Rats were found to be protected against lethal doses of carbon tetrachloride only when the antioxidants or the co-enzyme precursors were administered beforehand; simultaneous or subsequent doses of the prophylactic agents were of no therapeutic value. Nicotinic acid, one of the B vitamins, was easily the best of the prophylactic agents tested, and was chosen for further study with sheep.

Considerable difficulty has been experienced in producing lethal poisoning of sheep with carbon tetrachloride under experimental conditions. However, the greater susceptibility of sheep kept at Armidale and fed a diet different from that given to sheep at the McMaster Laboratory was exploited to evaluate nicotinic acid as a prophylactic agent. Significant protection against death, subsequent to the intra-ruminal administration of a 50ml dose of pure carbon tetrachloride was afforded by 2g doses of nicotinic acid given either intra-ruminally or intra-peritoneally. Greatest protection resulted when the prophylactic treatment was started two days before carbon tetrachloride administration, but significant protection was afforded by a single dose of nicotinic acid given immediately before or with a dose of carbon tetrachloride.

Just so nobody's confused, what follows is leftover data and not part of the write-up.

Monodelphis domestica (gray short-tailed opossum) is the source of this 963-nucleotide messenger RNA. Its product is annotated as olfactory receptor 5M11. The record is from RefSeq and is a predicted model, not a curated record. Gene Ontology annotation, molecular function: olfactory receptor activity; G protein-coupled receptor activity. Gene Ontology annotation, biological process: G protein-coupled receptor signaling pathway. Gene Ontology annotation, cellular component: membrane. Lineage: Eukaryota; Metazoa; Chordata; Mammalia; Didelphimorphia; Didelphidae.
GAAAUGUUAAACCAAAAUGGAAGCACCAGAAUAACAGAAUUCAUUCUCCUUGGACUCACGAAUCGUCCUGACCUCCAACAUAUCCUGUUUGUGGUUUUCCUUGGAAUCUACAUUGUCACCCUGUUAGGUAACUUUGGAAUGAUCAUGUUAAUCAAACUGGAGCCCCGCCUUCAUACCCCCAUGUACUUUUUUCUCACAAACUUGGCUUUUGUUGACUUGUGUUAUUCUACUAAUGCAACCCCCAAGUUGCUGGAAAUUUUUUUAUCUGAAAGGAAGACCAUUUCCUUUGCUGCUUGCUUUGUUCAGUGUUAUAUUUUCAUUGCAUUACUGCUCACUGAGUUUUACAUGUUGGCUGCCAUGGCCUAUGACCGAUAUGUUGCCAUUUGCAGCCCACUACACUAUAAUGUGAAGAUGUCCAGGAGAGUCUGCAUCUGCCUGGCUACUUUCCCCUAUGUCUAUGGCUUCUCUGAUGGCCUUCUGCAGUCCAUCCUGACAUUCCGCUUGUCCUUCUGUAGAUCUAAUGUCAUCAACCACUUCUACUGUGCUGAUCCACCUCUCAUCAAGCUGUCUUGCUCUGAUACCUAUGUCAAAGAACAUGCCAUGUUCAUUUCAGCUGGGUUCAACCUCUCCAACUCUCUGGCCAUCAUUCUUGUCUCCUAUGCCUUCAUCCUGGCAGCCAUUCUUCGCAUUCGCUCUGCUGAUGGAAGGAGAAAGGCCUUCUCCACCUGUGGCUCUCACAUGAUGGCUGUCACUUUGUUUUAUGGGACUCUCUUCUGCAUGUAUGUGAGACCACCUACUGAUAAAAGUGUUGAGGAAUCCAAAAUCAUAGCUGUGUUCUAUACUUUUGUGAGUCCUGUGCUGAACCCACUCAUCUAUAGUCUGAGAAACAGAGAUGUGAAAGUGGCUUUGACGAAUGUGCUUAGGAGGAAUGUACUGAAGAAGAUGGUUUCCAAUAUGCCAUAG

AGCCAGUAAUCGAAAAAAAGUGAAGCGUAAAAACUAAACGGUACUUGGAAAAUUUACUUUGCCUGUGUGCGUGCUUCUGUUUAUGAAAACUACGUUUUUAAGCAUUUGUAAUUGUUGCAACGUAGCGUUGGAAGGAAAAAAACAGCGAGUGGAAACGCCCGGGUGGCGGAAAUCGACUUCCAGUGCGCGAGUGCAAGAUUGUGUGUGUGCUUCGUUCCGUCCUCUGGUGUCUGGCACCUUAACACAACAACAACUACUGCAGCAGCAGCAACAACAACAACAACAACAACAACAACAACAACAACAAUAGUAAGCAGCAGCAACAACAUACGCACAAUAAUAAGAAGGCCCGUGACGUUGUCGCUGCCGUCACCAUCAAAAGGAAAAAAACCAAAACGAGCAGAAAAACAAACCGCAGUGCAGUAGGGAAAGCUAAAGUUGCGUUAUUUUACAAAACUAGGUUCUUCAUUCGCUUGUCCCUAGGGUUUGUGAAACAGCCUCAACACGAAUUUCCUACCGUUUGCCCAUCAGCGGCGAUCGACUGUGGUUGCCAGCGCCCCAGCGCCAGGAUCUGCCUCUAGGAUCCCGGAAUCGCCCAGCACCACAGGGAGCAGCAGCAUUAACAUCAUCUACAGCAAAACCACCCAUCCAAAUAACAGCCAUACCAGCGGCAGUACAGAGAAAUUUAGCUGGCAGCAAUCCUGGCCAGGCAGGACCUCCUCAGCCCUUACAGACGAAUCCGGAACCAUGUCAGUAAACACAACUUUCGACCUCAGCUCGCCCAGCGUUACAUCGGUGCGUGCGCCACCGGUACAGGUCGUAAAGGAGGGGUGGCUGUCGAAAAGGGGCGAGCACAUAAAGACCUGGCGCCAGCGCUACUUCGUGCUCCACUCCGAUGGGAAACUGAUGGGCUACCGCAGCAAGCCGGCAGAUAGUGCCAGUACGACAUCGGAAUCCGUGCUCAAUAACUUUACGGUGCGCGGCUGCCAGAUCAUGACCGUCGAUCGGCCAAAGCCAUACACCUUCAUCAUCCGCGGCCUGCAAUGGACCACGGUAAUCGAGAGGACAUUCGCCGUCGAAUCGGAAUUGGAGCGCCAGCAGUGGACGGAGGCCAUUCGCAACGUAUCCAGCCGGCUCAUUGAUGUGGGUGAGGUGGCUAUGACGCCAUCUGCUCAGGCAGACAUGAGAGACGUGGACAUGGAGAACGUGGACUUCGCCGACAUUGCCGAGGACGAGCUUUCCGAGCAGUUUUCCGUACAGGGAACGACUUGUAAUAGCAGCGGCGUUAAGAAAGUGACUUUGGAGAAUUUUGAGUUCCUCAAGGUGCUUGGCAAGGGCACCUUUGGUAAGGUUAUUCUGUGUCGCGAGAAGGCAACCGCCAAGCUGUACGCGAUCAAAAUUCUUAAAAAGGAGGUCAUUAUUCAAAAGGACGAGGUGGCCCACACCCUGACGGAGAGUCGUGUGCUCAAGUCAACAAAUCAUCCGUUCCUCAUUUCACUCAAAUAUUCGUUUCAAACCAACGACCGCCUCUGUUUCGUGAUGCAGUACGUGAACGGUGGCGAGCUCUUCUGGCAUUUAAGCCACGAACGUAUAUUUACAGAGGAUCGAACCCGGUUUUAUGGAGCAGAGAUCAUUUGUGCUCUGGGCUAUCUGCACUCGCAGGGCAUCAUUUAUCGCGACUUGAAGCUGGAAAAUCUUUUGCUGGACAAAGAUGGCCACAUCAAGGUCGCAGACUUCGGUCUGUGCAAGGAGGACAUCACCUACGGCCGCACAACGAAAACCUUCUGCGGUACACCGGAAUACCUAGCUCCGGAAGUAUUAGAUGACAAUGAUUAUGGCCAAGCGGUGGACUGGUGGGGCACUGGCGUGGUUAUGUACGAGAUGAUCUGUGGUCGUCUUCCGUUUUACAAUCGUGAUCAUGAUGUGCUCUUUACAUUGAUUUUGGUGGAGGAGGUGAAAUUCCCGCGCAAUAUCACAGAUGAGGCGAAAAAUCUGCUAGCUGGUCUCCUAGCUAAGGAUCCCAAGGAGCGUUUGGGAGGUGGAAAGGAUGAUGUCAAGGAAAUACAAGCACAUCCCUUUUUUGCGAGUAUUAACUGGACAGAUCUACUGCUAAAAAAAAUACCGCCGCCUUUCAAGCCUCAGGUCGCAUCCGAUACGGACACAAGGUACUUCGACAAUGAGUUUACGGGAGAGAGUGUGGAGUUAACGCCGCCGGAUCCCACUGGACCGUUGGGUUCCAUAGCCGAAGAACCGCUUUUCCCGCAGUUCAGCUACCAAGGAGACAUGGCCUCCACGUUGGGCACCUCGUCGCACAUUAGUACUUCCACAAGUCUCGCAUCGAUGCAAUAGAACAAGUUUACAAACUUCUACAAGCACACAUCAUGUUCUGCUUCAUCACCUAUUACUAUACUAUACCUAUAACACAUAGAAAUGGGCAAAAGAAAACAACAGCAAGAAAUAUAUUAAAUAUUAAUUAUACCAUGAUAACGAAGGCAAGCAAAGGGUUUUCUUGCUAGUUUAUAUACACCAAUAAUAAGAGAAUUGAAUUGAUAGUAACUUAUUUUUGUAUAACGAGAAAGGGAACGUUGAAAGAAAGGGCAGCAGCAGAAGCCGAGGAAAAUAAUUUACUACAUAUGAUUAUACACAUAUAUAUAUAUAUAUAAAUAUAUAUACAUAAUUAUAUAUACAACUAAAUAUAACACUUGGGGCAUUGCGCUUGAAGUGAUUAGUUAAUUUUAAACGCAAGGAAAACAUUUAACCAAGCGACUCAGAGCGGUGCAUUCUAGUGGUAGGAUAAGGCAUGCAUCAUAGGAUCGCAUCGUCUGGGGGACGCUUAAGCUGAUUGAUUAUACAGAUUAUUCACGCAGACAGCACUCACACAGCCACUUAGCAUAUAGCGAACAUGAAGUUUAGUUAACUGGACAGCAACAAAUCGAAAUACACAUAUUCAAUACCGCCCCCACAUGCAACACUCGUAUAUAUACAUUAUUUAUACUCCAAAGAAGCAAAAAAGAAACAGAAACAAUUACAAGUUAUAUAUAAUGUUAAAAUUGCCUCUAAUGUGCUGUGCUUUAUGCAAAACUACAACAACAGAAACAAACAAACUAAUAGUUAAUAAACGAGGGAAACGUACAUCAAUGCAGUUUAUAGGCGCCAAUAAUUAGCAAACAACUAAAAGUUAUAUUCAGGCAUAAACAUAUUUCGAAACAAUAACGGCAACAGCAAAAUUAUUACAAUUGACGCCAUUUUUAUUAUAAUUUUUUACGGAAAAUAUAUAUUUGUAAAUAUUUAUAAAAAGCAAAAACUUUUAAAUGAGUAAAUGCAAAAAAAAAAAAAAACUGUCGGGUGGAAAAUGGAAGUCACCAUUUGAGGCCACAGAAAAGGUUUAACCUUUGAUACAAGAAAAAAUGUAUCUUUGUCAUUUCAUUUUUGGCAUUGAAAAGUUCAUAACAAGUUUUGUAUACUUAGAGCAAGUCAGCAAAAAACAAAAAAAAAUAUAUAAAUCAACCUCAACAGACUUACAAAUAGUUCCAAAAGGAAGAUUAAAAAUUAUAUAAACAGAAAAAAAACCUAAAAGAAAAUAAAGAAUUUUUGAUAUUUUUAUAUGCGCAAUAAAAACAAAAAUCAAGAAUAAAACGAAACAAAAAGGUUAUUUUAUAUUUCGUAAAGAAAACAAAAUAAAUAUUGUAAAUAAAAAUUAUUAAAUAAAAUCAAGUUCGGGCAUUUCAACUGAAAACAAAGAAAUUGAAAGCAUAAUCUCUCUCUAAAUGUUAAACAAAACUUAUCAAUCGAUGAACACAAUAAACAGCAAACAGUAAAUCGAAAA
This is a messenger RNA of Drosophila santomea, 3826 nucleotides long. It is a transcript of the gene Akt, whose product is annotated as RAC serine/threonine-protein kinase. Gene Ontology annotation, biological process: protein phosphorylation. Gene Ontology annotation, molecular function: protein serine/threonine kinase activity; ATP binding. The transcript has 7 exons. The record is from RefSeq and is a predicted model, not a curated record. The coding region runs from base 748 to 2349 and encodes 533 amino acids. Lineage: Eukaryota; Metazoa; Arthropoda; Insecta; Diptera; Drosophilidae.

These experiments established the value of nicotinic acid as a prophylactic agent against carbon tetrachloride poisoning of sheep under experimental conditions. However, before a general recommendation for the use of nicotinic acid in the field could be made, it was considered necessary to confirm its protective value under natural field conditions. Consequently field trials involving many thousands of sheep have been conducted on properties on which it was alleged that mortalities commonly followed drenching with carbon tetrachloride. So far these trials, in which have been very grateful for the collaboration of a number of Veterinary Inspectors, have been inconclusive because insufficient control sheep given only carbon tetrachloride have died.